Paris demands that every man who is not a proprietor pays not a penny in tax; that he who has only a house and his garden again pays nothing; that small fortunes are taxed lightly, and the whole weight of taxation falls on the rich.
Paris says that it is the deputies, senators, and Bonapartists, the authors of the war, who paid five billion to Prussia, and for which they sell their holdings out of what is called the property of the crown, who are no longer needed in France.
Paris demands that justice costs nothing to those who need it, and that it is the people themselves who chooses the judges, from amongst the honest people of the county.
Finally, Paris wants – listen well to this – worker of the countryside, poor day-labourer, small owner whom usury gnaws, strip-farmer [bordier], sharecropper, farmer, all who sow, harvest, sweat, so that most of your products go to someone who does nothing; what Paris wants, all told, is THE LAND TO THE PEASANT, THE TOOL TO THE WORKER, WORK FOR ALL.
The war that Paris is waging right now is the war against usury, deceit and idleness. They tell you: the Parisian, the socialists, are dividers [partageux]. – Well! Good people, do you not see who is telling you that? Are not those who, doing nothing, live handsomely off the work of others, dividers? Have you never heard thieves, to hoodwink others, shout out thief? And make a run for it while we stop the one accused of theft?
Yes, the fruits of the earth to those who grow them. To each his own; work for all. No more very rich, nor very poor. No more work without rest, no more rest without work. This is possible; for it would be better to believe nothing than to believe that justice is not possible. It only requires good laws, which will be made when workers stop wanting to be duped by the idle.
And at that time, believe us, brother cultivators, fairs and markets will be better for those who produce wheat and meat, and more plentiful for all, than they ever were under any emperor or king. For then, the worker will be strong and well nourished, and work will be free of the heavy taxes, licences and charges that the Great Revolution did not completely sweep away, as it appeared to.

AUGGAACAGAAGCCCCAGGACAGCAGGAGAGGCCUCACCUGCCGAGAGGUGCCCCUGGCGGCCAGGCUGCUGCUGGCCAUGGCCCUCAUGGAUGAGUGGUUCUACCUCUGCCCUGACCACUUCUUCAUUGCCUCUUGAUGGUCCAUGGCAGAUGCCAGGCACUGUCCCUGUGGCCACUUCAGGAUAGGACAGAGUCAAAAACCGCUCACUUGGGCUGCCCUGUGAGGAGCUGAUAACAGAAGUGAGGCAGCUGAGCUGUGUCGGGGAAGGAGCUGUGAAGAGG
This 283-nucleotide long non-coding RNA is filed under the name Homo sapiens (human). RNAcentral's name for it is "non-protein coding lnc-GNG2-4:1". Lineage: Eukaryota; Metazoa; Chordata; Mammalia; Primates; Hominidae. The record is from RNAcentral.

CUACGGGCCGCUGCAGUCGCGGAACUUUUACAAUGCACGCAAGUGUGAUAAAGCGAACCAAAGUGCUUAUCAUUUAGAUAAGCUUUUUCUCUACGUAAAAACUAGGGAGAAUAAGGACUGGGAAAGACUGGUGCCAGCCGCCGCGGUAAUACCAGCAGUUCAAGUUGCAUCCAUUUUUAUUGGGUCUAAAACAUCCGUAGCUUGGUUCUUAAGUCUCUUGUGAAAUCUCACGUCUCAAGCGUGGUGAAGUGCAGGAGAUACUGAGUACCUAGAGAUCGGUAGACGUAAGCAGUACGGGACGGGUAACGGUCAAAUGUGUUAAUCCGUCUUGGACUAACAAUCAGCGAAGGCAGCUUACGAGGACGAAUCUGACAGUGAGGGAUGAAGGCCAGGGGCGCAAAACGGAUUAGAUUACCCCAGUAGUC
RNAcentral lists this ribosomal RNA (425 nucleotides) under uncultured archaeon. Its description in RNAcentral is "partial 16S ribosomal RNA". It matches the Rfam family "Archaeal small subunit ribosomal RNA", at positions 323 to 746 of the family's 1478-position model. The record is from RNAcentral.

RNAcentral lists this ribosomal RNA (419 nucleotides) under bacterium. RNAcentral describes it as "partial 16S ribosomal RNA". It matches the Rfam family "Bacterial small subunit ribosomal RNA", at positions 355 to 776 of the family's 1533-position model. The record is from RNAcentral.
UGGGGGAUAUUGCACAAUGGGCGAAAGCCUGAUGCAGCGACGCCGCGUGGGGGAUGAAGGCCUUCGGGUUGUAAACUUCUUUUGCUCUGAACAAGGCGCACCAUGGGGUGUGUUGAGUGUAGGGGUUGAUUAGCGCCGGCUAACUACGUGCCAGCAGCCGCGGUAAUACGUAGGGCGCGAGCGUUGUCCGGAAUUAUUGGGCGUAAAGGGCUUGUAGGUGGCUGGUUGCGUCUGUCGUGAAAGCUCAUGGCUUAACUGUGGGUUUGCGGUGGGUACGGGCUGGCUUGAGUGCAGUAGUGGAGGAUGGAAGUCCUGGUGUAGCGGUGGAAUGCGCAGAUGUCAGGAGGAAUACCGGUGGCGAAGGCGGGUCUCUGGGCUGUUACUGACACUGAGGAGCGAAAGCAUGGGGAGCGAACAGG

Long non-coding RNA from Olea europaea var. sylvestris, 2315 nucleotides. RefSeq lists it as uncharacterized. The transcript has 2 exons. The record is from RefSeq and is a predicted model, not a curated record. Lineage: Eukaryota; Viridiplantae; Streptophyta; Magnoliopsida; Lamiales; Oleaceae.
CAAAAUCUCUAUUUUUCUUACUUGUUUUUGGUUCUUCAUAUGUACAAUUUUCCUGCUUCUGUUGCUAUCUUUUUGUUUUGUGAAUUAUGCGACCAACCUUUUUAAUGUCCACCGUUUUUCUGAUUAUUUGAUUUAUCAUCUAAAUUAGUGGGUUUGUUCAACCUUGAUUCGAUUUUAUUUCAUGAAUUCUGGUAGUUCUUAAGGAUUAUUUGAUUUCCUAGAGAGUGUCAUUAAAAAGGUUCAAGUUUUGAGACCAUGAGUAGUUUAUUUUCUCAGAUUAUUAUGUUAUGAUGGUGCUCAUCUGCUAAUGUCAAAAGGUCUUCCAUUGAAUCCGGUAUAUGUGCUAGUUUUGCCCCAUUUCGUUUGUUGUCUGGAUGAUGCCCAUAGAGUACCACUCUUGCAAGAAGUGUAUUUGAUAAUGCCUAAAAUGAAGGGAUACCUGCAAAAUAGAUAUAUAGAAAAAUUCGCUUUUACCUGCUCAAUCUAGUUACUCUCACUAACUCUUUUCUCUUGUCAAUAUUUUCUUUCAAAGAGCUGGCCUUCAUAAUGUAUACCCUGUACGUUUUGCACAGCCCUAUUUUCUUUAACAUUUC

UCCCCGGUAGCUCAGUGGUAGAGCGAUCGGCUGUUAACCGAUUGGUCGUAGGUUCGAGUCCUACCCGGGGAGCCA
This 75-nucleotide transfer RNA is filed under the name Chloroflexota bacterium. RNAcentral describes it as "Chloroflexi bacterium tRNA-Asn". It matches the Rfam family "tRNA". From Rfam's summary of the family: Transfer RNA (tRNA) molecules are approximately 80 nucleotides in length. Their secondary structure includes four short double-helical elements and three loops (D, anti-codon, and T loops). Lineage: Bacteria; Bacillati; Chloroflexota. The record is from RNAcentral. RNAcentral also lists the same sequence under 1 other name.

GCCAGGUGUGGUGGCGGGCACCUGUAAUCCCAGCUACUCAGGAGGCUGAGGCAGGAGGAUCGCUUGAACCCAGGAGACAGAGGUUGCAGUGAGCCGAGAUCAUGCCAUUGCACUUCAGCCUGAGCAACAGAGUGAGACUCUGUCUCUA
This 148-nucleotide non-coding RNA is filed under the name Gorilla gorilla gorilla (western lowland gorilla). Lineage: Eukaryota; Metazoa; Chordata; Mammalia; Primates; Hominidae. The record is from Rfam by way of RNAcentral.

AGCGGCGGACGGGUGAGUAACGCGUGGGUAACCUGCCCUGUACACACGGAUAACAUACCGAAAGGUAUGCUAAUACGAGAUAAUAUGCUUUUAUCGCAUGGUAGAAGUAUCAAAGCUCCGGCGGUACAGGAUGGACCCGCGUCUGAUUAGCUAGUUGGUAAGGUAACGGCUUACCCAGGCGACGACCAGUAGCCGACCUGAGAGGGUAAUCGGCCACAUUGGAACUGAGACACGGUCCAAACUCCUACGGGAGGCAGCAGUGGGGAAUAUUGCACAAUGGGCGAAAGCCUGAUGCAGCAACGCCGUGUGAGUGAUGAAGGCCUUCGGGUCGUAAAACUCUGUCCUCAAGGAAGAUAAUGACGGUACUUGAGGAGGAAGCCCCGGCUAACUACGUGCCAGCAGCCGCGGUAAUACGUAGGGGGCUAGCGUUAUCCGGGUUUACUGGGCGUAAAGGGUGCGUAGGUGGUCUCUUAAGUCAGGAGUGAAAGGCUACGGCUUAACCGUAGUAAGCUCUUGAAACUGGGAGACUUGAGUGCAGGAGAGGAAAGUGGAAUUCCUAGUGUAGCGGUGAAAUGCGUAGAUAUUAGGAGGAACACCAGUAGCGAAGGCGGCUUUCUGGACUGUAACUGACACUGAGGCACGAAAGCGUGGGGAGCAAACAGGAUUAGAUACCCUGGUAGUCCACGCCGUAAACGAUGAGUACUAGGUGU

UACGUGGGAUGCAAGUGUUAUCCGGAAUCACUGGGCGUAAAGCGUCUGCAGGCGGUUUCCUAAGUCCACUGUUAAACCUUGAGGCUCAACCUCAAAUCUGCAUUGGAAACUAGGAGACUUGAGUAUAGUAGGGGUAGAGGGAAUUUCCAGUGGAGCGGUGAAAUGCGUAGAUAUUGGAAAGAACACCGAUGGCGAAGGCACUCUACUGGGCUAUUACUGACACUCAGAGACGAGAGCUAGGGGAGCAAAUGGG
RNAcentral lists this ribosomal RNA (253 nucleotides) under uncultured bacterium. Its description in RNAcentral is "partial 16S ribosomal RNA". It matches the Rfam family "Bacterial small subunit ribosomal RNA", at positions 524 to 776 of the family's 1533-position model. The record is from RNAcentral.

So, inhabitants of the countryside, you see, the cause of Paris is yours, and it is for you that it works, at the same time as for the worker. Those generals who are attacking it at the moment are the general who have betrayed France [to the Prussians]. Those deputies, whom you have appointed without knowing, want to restore Henri V. If Paris falls, the yoke of poverty will remain around your neck and will be passed onto those of your children. So help it prevail, and, whatever happens, remember well these words – for there will be revolutions in the world until they are achieved: – THE LAND TO THE FARMER, THE TOOL TO THE WORKER, WORK FOR ALL.
THE WORKERS OF PARIS
 Henri, Count of Chambord (1820-1883), as a result of the July Revolution of 1830, became King of France from 2 to 9 August 1830 as Henry V, although he was never officially proclaimed as such. Subsequently, he was the Legitimist pretender to the throne of France and as the Second Empire collapsed following its defeat in the Franco-Prussian War in 1870, royalists became a majority in the National Assembly and agreed to support the aging comte de Chambord’s claim to the throne. (Translator)